"A bottle of wine begs to be shared; I have never met a miserly wine lover." - Clifton Fadiman
I wrote previously about Left Bend’s Syrah (see: http://www.winemizer.net/2013/12/left-bend-2010-syrah.html) and their Cabernet Sauvignon (see http://www.winemizer.net/2014/01/left-bend-2010-cabernet-sauvignon.html). But I never discussed their Cabernet Franc - not because I didn’t like it. In my tastings, I’m unable to catch up, most times, with everything a winery does, and too soon I’m off to an event or tasting another wine. I didn’t write about it because I hadn’t tasted it until recently and that’s too bad for me because Cabernet Franc is one of my favorite varietals. Turns out that Left Bend produces one of my favorite Cabernet Francs too. Interesting that this more delicate, floral, lively and zesty acidic but lower tannin grape is a parent tothe robust Cabernet Sauvignon.
I’ve long enjoyed the simple but joyous Cabernet Franc of the Chinon area in France’s Loire Valley. In Bordeaux and Chile, it is blended, along with Merlot, to soften Cabernet-based wines. But as a varietal, it hasn’t received the welcome it deserves. Too bad, because it’s softer, lighter nature makes it a perfect red for summertime enjoyment. It’s food friendly too - adaptable enough for both red meat and chicken. It can be served slightly chilled – all of which brings me now to Left Bend’s 2012 Cabernet Franc.
Location, location, location: Left Bend is in the Santa Cruz Mountain, a delimited American Viticultural Area (AVA) acknowledged as having distinguished grape growing conditions. Here, on ridgetops and hillsides, the cool coastal climate extends ripening of the grapes until fall which allows complex flavors to develop on the vine. Regardless of where you stand on the issue-line of terroir (and what that includes), people can’t argue that wine making begins in the vineyard. And the sun at high elevation hilltops against the cooler temperature and coastal breezes makes for delicious Cabernet Franc. The “soil” and incline of hillsides generally makes for grape farming that can produce outstanding wines.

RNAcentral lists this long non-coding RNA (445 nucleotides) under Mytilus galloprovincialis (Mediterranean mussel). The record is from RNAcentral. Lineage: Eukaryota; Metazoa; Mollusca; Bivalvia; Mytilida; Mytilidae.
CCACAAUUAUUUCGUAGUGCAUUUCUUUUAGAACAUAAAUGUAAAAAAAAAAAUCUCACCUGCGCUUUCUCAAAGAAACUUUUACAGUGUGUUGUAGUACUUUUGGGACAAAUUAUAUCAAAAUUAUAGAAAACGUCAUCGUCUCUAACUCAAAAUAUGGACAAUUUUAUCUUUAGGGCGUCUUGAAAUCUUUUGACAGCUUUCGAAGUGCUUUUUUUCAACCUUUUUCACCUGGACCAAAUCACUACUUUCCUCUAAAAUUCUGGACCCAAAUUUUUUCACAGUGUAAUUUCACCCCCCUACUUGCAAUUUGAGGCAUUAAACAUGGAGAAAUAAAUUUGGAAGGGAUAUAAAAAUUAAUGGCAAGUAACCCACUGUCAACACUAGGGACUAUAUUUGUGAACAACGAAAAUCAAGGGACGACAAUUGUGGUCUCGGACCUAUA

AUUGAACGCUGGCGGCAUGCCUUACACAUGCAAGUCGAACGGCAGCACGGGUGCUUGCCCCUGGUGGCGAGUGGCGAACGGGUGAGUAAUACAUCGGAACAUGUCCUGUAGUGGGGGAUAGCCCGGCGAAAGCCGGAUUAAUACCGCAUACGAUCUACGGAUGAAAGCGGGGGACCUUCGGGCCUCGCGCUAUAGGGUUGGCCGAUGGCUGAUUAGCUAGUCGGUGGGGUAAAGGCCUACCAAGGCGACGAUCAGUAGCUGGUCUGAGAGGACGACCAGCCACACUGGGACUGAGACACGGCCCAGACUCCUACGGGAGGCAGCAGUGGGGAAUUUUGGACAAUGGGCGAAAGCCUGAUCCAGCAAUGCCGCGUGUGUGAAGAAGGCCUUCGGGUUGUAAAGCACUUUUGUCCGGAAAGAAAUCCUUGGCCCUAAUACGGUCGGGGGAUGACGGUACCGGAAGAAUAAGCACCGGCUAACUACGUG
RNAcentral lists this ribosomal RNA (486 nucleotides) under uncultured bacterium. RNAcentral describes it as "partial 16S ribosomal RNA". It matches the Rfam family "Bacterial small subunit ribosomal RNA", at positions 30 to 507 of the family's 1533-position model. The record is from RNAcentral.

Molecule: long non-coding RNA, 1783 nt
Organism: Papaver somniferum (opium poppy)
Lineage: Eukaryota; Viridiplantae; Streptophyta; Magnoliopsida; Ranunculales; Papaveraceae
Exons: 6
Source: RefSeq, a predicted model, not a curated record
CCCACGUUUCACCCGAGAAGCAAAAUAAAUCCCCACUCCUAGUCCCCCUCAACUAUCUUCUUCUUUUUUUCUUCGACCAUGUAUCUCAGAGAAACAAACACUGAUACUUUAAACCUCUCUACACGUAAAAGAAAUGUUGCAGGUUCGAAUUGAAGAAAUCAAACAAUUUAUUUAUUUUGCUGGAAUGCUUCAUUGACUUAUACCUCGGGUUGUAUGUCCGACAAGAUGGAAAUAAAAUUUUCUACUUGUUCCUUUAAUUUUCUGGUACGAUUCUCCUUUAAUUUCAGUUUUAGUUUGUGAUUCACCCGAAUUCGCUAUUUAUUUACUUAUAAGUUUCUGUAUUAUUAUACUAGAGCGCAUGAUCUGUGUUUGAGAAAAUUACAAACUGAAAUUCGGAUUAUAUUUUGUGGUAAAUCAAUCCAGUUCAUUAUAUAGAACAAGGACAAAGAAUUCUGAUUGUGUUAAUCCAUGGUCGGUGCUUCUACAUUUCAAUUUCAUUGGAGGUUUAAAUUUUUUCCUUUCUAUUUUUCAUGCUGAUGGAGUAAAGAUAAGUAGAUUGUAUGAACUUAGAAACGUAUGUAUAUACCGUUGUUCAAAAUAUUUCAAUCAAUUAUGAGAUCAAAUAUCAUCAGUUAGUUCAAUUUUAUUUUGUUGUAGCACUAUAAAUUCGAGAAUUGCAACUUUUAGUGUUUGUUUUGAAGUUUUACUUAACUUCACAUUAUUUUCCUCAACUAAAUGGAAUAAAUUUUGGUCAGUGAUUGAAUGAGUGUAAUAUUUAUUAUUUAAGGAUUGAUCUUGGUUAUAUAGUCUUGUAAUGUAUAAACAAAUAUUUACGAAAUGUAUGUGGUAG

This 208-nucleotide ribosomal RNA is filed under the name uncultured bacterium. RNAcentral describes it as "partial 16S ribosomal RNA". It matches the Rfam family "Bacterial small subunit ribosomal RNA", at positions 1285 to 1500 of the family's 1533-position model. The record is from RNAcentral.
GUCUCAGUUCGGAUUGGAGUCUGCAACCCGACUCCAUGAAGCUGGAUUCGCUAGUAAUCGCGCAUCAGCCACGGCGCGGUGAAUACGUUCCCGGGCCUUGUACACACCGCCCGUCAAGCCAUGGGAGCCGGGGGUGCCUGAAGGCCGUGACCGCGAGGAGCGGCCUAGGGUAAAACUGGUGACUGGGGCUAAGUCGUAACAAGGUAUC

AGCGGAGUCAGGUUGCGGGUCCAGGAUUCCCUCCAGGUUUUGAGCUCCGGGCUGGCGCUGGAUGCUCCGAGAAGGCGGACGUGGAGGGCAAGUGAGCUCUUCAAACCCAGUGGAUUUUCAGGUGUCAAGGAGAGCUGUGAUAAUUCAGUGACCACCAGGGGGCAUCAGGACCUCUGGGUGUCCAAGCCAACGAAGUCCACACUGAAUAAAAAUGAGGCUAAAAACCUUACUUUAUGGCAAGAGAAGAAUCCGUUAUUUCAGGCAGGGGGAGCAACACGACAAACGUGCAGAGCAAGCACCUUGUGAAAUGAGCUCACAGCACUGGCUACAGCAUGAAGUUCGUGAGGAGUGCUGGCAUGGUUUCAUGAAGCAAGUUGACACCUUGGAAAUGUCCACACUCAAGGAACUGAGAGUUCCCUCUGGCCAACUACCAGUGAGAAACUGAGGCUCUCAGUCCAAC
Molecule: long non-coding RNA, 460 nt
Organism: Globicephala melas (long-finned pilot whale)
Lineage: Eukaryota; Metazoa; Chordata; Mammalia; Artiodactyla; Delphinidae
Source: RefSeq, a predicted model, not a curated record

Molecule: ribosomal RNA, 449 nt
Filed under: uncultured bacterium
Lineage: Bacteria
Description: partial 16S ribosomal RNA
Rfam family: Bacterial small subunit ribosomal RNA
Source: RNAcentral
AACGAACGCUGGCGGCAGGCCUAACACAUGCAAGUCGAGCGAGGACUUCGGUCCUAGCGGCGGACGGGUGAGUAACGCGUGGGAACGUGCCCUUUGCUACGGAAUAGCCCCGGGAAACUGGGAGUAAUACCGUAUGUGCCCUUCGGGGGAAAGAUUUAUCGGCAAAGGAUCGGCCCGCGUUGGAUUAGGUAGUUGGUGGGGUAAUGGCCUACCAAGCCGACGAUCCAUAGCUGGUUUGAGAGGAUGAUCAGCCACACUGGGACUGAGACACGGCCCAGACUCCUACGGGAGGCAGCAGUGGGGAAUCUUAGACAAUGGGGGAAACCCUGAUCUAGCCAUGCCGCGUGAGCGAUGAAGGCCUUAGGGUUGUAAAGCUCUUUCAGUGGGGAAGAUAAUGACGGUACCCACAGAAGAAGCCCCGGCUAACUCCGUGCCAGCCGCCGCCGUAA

Despite my background as a Master Gardener, however, it’s not ALL in the vineyard. And the contribution of the winemaker is that of a chef: it can make or break the finished dish. At Left Bend, grapes are harvested by hand. Fermentation is 45% whole cluster, 55% whole berry. Aging is a long 17 months in barrel, of which only 10% is new (American) oak. No overpowering vanilla, dill, butter, smoke or other taste elements are integrated through using too much new oak. The long aging period in mostly neutral oAk softens tannins and rounds the wine, while allowing the juice to remain true to the grape’s character. Natural malolactic fermentation is allowed, softening the acidity and providing a richer mouthfeel. My condensed description of the process should include the mention that the bottled wine is aged an additional four to six months before release. The result is a wine reflecting both a sense of place and its varietal character.
|The "Chicago Wino," Tony & The Wine Mizer|
I invited two other wine aficionados for the tasting (“The Chicago Wino,” another wine reviewer, and Tony, who had worked in the retail wine business). We enjoyed pairing the wine against several meats. Tony was first to point out that the wine had no vegetal weediness. (Unripe grapes of the varietal yield vegetal characters that are unpleasant: more weedy than green peppery). Left Bend’s growing conditions and vinification produce a well-integrated wine with notes of plum, cedar, dark cherry, violet, mocha and a hint of cassis. Other assessments include raspberry, blackberry, vanilla and tobacco along with floral aromas. Every palate is its own and correct in its own assessment, but the conclusion that this wine was delicious was unanimous.
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LEFT BEND WINERY
Winery (By Appt)
12255 New Ave
San Martin, CA 95046
San Martin, CA 95046
90% Cabernet Franc, 10% Syrah
Acidity: 6.5 g/l
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